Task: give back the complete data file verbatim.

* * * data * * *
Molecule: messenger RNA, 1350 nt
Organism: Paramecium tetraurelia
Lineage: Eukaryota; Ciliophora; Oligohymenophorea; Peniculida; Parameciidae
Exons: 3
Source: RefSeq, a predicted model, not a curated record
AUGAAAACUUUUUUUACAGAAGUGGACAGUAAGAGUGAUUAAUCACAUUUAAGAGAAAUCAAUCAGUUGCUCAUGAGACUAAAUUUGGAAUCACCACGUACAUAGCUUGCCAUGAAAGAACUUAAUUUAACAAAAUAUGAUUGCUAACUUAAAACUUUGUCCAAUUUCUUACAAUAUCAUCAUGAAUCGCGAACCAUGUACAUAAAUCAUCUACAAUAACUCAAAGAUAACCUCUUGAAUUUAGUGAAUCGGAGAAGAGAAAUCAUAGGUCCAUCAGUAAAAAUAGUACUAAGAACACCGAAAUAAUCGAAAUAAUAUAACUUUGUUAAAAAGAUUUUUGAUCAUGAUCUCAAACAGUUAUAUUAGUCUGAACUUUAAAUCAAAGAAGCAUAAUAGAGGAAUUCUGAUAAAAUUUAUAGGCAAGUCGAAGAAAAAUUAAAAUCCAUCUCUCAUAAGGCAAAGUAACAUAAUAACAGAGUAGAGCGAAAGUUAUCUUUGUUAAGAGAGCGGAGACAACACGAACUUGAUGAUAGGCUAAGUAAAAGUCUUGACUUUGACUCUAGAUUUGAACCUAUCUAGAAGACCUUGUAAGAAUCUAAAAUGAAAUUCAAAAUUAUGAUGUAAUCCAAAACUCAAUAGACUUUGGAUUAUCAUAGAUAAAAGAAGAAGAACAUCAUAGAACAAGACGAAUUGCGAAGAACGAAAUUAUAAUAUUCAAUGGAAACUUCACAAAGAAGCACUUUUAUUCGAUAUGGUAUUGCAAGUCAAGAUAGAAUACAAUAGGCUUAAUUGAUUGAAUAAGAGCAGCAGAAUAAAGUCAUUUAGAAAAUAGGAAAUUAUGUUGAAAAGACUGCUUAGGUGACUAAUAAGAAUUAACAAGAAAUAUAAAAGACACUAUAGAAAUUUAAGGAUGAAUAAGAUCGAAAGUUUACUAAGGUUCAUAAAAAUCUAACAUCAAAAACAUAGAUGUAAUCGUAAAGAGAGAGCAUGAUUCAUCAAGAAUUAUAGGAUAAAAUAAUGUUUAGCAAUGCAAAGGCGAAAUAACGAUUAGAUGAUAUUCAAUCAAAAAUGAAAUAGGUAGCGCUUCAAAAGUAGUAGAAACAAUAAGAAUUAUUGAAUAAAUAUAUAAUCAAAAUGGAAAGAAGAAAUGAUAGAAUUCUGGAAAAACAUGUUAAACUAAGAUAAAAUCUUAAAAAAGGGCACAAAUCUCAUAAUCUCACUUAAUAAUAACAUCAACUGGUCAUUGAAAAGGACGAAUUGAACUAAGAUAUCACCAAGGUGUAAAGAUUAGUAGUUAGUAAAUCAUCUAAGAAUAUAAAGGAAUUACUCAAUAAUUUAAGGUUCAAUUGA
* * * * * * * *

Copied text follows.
Molecule: messenger RNA, 1350 nt
Organism: Paramecium tetraurelia
Lineage: Eukaryota; Ciliophora; Oligohymenophorea; Peniculida; Parameciidae
Exons: 3
Source: RefSeq, a predicted model, not a curated record
AUGAAAACUUUUUUUACAGAAGUGGACAGUAAGAGUGAUUAAUCACAUUUAAGAGAAAUCAAUCAGUUGCUCAUGAGACUAAAUUUGGAAUCACCACGUACAUAGCUUGCCAUGAAAGAACUUAAUUUAACAAAAUAUGAUUGCUAACUUAAAACUUUGUCCAAUUUCUUACAAUAUCAUCAUGAAUCGCGAACCAUGUACAUAAAUCAUCUACAAUAACUCAAAGAUAACCUCUUGAAUUUAGUGAAUCGGAGAAGAGAAAUCAUAGGUCCAUCAGUAAAAAUAGUACUAAGAACACCGAAAUAAUCGAAAUAAUAUAACUUUGUUAAAAAGAUUUUUGAUCAUGAUCUCAAACAGUUAUAUUAGUCUGAACUUUAAAUCAAAGAAGCAUAAUAGAGGAAUUCUGAUAAAAUUUAUAGGCAAGUCGAAGAAAAAUUAAAAUCCAUCUCUCAUAAGGCAAAGUAACAUAAUAACAGAGUAGAGCGAAAGUUAUCUUUGUUAAGAGAGCGGAGACAACACGAACUUGAUGAUAGGCUAAGUAAAAGUCUUGACUUUGACUCUAGAUUUGAACCUAUCUAGAAGACCUUGUAAGAAUCUAAAAUGAAAUUCAAAAUUAUGAUGUAAUCCAAAACUCAAUAGACUUUGGAUUAUCAUAGAUAAAAGAAGAAGAACAUCAUAGAACAAGACGAAUUGCGAAGAACGAAAUUAUAAUAUUCAAUGGAAACUUCACAAAGAAGCACUUUUAUUCGAUAUGGUAUUGCAAGUCAAGAUAGAAUACAAUAGGCUUAAUUGAUUGAAUAAGAGCAGCAGAAUAAAGUCAUUUAGAAAAUAGGAAAUUAUGUUGAAAAGACUGCUUAGGUGACUAAUAAGAAUUAACAAGAAAUAUAAAAGACACUAUAGAAAUUUAAGGAUGAAUAAGAUCGAAAGUUUACUAAGGUUCAUAAAAAUCUAACAUCAAAAACAUAGAUGUAAUCGUAAAGAGAGAGCAUGAUUCAUCAAGAAUUAUAGGAUAAAAUAAUGUUUAGCAAUGCAAAGGCGAAAUAACGAUUAGAUGAUAUUCAAUCAAAAAUGAAAUAGGUAGCGCUUCAAAAGUAGUAGAAACAAUAAGAAUUAUUGAAUAAAUAUAUAAUCAAAAUGGAAAGAAGAAAUGAUAGAAUUCUGGAAAAACAUGUUAAACUAAGAUAAAAUCUUAAAAAAGGGCACAAAUCUCAUAAUCUCACUUAAUAAUAACAUCAACUGGUCAUUGAAAAGGACGAAUUGAACUAAGAUAUCACCAAGGUGUAAAGAUUAGUAGUUAGUAAAUCAUCUAAGAAUAUAAAGGAAUUACUCAAUAAUUUAAGGUUCAAUUGA